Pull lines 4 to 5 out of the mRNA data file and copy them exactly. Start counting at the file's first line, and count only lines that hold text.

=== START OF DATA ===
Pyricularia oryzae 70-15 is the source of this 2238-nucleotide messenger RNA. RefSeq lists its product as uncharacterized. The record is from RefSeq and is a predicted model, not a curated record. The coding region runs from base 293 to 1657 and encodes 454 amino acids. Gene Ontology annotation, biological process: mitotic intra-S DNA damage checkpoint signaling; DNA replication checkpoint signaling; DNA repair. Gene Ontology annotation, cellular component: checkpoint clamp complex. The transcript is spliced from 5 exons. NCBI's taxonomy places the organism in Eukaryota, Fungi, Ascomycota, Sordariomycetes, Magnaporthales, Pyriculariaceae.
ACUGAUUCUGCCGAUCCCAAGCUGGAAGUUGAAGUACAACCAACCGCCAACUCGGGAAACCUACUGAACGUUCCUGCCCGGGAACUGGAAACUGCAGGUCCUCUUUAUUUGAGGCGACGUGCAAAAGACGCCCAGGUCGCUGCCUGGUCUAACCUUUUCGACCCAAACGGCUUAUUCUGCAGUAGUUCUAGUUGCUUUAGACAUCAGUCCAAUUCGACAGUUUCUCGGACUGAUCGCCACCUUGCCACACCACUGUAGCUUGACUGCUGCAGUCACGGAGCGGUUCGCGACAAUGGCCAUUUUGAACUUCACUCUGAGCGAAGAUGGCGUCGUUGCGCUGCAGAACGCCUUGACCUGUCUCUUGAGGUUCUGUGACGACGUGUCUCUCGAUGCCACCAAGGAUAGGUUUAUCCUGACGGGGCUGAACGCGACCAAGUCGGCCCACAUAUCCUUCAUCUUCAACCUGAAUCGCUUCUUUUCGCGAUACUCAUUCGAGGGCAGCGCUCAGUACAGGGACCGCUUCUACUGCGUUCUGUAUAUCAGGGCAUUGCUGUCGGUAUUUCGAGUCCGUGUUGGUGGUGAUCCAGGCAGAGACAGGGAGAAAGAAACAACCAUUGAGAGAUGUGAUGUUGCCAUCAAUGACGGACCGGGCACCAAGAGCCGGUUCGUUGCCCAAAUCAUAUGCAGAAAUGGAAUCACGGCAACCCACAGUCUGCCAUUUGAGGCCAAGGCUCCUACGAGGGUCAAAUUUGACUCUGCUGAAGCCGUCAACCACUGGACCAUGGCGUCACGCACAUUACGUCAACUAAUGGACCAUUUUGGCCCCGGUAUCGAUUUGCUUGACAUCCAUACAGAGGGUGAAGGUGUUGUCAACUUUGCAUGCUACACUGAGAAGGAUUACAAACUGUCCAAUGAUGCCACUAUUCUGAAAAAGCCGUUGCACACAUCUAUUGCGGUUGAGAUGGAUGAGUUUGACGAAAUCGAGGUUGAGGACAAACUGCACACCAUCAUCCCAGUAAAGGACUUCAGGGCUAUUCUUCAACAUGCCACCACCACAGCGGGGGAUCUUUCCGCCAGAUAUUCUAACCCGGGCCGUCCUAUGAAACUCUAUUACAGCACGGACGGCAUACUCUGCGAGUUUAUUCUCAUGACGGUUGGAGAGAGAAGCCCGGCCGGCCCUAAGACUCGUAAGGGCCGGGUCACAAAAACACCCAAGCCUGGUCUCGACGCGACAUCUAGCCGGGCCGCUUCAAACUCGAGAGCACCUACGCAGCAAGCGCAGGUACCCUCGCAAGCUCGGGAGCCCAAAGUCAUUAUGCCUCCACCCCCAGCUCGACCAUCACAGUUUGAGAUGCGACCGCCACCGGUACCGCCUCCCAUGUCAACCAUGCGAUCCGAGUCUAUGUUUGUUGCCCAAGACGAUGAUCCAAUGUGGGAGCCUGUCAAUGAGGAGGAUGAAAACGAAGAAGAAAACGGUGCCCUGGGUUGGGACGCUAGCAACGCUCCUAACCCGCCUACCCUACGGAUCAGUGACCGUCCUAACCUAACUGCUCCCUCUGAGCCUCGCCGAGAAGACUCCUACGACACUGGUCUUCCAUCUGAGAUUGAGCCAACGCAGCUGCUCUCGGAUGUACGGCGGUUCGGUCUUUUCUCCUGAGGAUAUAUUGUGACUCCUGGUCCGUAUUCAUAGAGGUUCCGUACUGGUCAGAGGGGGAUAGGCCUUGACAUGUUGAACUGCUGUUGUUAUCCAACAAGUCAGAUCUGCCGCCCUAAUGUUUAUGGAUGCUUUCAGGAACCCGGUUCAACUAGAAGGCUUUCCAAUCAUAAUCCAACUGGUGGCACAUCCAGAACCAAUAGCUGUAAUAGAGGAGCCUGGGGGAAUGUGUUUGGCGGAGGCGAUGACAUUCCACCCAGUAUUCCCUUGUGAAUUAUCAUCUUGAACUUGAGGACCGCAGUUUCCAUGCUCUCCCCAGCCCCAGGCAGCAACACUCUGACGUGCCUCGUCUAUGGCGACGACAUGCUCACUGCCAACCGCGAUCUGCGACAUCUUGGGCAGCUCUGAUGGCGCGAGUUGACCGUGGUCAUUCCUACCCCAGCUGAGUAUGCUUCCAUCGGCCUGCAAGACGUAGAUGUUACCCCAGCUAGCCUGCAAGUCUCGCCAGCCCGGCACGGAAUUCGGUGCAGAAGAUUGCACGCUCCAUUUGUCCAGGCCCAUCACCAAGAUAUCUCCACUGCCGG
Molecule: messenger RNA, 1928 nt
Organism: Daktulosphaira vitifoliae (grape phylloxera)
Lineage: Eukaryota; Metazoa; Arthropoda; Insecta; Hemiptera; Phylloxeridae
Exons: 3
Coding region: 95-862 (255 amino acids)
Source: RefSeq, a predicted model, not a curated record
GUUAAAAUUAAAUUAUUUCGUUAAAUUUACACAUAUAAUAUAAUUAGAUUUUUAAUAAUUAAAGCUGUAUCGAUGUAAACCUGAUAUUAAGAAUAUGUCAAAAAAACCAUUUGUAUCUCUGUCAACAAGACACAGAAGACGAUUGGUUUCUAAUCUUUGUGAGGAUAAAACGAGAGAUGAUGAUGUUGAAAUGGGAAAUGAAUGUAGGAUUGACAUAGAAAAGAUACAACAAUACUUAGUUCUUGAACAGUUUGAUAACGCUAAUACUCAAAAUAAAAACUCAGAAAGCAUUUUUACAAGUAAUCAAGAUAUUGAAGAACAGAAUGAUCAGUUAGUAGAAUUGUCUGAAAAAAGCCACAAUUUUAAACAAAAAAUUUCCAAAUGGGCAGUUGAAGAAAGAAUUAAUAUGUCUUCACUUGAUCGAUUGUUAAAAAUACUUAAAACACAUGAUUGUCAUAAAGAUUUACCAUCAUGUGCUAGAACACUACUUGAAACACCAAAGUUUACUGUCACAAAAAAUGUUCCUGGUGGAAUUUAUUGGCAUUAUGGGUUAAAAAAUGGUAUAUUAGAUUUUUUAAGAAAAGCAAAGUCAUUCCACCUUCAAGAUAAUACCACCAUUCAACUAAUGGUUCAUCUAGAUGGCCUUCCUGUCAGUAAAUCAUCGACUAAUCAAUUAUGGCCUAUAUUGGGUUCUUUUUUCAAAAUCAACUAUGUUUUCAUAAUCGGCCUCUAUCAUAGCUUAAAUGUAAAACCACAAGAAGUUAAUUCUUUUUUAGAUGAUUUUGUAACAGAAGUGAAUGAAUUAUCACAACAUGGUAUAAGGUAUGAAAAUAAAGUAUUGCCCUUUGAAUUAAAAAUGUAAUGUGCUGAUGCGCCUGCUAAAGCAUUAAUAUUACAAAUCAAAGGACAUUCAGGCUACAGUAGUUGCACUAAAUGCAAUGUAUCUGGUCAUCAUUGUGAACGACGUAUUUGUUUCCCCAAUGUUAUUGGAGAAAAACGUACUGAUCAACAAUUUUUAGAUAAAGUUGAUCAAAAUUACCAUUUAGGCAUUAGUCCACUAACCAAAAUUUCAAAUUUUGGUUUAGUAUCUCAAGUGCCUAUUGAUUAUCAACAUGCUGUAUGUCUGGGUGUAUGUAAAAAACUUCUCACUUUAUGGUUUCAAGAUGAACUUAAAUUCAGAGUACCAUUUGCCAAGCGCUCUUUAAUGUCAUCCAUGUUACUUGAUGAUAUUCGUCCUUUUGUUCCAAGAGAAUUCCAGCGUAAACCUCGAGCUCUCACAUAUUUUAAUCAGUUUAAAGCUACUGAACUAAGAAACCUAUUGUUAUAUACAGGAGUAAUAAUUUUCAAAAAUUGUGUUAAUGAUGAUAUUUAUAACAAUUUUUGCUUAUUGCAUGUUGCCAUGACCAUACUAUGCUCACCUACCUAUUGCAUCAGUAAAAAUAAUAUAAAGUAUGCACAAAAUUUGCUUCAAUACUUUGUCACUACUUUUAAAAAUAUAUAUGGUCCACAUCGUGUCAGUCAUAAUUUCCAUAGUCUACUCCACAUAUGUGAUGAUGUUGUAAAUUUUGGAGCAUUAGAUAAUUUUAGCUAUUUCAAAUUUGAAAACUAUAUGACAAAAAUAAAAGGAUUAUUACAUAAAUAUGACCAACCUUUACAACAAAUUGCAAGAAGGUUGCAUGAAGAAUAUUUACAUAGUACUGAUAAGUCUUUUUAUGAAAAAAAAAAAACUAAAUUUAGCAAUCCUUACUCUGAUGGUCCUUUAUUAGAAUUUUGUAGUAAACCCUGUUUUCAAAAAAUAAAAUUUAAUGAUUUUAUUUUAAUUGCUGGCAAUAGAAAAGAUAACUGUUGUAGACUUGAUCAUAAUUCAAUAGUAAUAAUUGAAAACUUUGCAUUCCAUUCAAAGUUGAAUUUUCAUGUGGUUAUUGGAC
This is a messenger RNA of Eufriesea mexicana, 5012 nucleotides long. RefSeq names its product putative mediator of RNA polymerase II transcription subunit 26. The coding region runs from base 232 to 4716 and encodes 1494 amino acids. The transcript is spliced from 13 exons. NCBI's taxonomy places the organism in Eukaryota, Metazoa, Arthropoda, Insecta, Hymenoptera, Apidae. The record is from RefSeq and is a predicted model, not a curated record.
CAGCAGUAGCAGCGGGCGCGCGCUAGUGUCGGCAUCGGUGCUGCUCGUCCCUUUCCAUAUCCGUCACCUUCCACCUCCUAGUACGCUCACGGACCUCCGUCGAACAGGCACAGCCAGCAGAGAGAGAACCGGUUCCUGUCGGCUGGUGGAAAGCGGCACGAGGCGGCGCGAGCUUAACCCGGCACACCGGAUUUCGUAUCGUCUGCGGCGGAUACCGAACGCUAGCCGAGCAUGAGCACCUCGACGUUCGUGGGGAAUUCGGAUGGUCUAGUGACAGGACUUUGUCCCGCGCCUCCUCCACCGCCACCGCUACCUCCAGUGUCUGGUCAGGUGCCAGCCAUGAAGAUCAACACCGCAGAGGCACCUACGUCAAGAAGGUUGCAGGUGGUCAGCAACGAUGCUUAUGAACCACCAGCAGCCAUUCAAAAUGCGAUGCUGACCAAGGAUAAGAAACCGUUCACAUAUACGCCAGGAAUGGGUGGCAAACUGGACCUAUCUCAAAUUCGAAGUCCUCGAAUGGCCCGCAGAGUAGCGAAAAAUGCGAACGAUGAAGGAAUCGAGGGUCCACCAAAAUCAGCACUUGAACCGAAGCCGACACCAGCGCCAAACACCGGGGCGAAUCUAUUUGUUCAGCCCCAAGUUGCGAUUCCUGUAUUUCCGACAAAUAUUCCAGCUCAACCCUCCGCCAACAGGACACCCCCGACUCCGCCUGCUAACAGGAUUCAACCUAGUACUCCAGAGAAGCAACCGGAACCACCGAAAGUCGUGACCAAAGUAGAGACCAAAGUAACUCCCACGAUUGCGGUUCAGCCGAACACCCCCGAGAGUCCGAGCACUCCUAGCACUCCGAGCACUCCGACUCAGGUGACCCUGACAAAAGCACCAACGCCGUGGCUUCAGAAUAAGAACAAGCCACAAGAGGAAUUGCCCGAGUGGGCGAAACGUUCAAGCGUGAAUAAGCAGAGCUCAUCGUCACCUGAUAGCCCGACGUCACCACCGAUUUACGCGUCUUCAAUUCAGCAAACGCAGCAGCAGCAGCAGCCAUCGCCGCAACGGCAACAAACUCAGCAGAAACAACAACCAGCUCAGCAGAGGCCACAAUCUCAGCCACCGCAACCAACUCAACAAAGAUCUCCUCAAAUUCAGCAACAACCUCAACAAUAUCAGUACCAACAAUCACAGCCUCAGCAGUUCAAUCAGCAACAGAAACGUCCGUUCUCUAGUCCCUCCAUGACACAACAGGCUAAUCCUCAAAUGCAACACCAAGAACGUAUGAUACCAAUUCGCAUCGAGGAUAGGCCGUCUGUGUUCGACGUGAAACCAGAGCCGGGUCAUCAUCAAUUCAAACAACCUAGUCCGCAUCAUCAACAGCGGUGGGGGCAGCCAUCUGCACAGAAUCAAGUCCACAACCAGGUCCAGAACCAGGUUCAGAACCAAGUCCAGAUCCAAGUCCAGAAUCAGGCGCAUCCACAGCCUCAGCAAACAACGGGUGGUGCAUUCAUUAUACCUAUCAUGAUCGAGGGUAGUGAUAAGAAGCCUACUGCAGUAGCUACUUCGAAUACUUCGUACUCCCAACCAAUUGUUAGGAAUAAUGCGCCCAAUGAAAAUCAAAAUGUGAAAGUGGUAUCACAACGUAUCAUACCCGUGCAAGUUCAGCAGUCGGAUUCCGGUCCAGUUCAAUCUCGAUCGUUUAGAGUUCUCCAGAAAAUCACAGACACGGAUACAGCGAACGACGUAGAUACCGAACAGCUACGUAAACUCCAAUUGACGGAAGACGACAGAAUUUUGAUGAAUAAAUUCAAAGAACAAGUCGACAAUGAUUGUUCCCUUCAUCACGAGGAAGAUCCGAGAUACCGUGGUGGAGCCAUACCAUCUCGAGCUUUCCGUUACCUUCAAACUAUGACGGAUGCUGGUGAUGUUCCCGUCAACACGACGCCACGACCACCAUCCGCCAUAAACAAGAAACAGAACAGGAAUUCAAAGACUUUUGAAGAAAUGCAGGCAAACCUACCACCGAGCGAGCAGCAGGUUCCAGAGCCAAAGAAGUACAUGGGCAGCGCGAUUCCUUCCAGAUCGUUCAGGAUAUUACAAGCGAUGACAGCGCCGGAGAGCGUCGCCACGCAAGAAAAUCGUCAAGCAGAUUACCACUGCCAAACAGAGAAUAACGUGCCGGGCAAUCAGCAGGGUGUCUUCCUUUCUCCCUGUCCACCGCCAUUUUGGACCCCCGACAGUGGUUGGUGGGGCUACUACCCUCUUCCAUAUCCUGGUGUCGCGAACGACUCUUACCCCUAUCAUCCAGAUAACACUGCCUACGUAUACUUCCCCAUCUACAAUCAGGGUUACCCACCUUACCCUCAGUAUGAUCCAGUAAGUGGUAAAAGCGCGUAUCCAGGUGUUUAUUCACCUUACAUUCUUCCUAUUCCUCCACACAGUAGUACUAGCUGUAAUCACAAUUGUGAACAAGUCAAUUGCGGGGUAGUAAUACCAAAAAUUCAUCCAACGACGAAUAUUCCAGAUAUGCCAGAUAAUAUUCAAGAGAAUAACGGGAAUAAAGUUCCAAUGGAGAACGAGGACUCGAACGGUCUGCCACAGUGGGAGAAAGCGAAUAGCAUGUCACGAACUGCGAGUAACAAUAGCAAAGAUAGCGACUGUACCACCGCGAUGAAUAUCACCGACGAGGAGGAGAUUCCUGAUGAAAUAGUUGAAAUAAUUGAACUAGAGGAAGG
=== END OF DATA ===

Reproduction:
Organism: Daktulosphaira vitifoliae (grape phylloxera)
Lineage: Eukaryota; Metazoa; Arthropoda; Insecta; Hemiptera; Phylloxeridae